Nailed it: After years of work, Amos House’s new $6m facility opens

Ribbon cutting at the new Pine Street facility of Amos House, June 17, 2016. Inset: An artist's rendering of the project released in 2014. (WPRI-TV)

PROVIDENCE, R.I. (WPRI) — It’s taken two years, but the opening of the new Amos House in Providence is now a reality. After outgrowing their space on Friendship Street, and raising $6 million for a new, purpose-built building on Pine Street, the new digs had the ribbon cut Friday morning.

The nonprofit helps Rhode Islanders who are homeless or need to turn their lives around — fighting the temptation of drugs or alcohol — feeding and housing them.

At the ribbon cutting on the front steps, supporters heard from James Isom, an Amos House participant who said he’s been sober for the past two years thanks to Amos House’s help. “If anyone questions whether these programs work, I stand before you — as proof they do work,” he said.

His progress was so great that he was hired to help with construction of the new facility — for which ground was broken last December. It’s the least he could do, Isom said: “Amos House means the world to me, because — as they say — [it’s] helping people help themselves. I came here for help, but I had to help myself, and they offered everything I needed.”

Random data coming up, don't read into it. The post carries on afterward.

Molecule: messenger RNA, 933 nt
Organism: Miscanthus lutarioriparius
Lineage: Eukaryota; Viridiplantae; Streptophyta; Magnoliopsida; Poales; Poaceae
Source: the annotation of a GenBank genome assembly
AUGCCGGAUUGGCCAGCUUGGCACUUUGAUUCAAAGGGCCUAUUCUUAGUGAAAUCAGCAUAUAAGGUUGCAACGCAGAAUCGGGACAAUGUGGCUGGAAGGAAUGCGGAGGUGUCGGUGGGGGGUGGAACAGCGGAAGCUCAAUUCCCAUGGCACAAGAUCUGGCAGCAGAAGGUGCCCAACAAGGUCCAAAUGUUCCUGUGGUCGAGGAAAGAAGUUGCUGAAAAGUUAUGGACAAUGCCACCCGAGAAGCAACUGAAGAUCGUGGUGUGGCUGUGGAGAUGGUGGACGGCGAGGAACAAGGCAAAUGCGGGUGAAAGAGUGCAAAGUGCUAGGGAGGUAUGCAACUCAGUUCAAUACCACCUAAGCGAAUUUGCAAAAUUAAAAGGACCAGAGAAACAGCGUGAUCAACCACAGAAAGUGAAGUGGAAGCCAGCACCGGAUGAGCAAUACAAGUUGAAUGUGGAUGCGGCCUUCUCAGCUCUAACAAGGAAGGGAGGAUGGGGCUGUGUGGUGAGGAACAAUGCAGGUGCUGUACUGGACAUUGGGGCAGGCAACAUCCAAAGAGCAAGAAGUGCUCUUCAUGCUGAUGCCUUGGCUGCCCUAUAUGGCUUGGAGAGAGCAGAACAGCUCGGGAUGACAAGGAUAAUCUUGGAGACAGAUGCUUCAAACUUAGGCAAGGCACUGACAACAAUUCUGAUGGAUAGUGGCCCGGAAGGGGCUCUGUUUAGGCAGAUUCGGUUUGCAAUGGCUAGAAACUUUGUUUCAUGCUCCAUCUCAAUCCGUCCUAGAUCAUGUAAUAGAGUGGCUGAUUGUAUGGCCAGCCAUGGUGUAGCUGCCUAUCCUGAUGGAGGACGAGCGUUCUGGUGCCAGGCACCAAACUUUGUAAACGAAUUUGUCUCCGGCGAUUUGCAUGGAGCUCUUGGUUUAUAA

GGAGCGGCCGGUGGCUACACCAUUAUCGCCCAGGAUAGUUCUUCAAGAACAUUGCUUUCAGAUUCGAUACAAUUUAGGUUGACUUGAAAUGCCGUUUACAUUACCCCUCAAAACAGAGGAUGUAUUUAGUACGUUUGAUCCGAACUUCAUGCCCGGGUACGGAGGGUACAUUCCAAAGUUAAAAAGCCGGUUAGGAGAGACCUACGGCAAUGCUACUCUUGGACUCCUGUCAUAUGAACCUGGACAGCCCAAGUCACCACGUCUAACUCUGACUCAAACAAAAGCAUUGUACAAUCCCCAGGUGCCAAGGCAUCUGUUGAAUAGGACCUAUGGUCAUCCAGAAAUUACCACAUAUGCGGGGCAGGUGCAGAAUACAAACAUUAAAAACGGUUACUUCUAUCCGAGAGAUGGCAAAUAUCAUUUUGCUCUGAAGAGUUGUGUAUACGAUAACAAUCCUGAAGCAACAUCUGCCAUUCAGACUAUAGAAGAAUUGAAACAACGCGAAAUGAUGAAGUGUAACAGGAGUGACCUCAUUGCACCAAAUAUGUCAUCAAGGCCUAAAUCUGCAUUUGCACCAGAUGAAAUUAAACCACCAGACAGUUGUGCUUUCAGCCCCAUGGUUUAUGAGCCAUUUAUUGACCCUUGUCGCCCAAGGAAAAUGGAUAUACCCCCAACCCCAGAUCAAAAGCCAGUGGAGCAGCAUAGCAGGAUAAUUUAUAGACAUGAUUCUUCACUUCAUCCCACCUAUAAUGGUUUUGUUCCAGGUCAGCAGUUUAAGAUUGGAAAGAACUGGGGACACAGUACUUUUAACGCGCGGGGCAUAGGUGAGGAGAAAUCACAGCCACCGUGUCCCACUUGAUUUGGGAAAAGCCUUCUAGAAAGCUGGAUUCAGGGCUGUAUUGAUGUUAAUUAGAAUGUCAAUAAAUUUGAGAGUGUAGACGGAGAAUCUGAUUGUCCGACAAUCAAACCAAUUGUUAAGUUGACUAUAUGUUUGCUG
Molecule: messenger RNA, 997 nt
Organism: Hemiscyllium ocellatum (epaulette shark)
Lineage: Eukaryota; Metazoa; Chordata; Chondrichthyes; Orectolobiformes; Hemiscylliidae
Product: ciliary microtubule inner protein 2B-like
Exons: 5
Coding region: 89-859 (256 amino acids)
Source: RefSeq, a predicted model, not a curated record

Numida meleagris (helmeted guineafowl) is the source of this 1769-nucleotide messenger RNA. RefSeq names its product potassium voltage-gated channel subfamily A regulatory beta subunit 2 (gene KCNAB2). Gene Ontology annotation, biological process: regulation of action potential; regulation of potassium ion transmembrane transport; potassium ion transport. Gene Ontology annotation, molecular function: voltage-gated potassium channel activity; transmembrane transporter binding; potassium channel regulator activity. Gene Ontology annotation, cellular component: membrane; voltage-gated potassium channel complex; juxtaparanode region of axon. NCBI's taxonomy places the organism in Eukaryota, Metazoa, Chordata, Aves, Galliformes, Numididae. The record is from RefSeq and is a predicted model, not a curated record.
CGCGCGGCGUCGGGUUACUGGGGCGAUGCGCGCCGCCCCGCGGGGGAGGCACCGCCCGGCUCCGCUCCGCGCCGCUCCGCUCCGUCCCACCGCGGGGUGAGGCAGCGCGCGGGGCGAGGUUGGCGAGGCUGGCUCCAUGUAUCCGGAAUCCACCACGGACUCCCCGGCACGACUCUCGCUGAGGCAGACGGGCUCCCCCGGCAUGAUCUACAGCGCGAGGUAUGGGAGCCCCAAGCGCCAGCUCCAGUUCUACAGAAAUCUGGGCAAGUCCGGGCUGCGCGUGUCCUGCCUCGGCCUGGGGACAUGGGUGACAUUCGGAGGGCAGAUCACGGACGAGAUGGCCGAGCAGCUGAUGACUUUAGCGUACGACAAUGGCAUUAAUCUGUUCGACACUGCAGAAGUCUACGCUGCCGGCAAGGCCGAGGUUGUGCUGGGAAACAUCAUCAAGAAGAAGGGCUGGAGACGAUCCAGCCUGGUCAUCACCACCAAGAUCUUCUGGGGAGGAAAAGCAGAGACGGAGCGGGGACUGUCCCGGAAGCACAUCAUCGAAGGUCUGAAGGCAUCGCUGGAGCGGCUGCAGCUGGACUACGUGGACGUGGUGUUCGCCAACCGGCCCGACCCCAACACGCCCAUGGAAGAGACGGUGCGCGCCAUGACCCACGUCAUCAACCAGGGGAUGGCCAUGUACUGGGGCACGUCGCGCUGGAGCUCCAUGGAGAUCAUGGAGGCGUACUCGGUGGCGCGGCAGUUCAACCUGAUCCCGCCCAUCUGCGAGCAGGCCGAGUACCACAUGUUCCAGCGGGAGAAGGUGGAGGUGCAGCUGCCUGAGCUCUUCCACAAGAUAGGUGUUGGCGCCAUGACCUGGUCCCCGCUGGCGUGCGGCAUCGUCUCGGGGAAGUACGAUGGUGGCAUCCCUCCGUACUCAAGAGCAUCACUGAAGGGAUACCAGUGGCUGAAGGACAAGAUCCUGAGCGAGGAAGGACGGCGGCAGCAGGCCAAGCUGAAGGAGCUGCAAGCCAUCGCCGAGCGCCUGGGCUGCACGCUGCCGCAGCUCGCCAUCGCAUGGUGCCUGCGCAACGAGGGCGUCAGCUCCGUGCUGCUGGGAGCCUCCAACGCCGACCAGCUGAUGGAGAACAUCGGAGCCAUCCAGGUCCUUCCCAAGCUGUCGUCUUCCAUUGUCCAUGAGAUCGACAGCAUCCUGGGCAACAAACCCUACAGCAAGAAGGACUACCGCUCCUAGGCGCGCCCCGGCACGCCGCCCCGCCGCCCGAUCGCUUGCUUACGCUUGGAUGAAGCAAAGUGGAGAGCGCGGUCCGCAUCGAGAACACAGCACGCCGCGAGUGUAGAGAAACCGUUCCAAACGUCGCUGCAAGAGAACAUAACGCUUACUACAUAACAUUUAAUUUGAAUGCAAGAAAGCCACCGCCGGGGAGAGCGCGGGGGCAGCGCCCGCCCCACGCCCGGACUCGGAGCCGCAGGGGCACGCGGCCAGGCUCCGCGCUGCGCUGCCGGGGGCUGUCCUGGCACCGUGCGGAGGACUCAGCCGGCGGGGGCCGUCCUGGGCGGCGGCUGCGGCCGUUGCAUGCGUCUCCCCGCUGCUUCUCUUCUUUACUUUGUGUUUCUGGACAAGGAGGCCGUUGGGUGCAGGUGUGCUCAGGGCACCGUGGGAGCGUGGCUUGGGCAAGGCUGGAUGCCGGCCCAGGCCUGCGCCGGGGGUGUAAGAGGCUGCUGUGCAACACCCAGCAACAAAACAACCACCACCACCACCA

The program’s CEO, Eileen Hayes, says the new Pine Street location took many years of hard work. “Many people said that we could not do it — that we could not possibly raise $5 million — for a soup kitchen on the south side of Providence.

“But guess what? We did it!”

The new place is 29,000 square feet, with a spacious dining hall for meals, classrooms, community rooms, and a training center. Half of the $6 million came from local businesses, foundations, and individual donors.

Sen. Jack Reed was among the local lawmakers praising the project, saying every community needs an organization like Amos House. “Individuals, volunteers, community leaders, activists who are committed to making sure that there is shelter.”

The group helps about 15,000 people every year, not just with food, but with job and literacy training among other social services.

“It’s an effort on both parts,” said Isom. “They can teach me. But it’s my job to do my part.”

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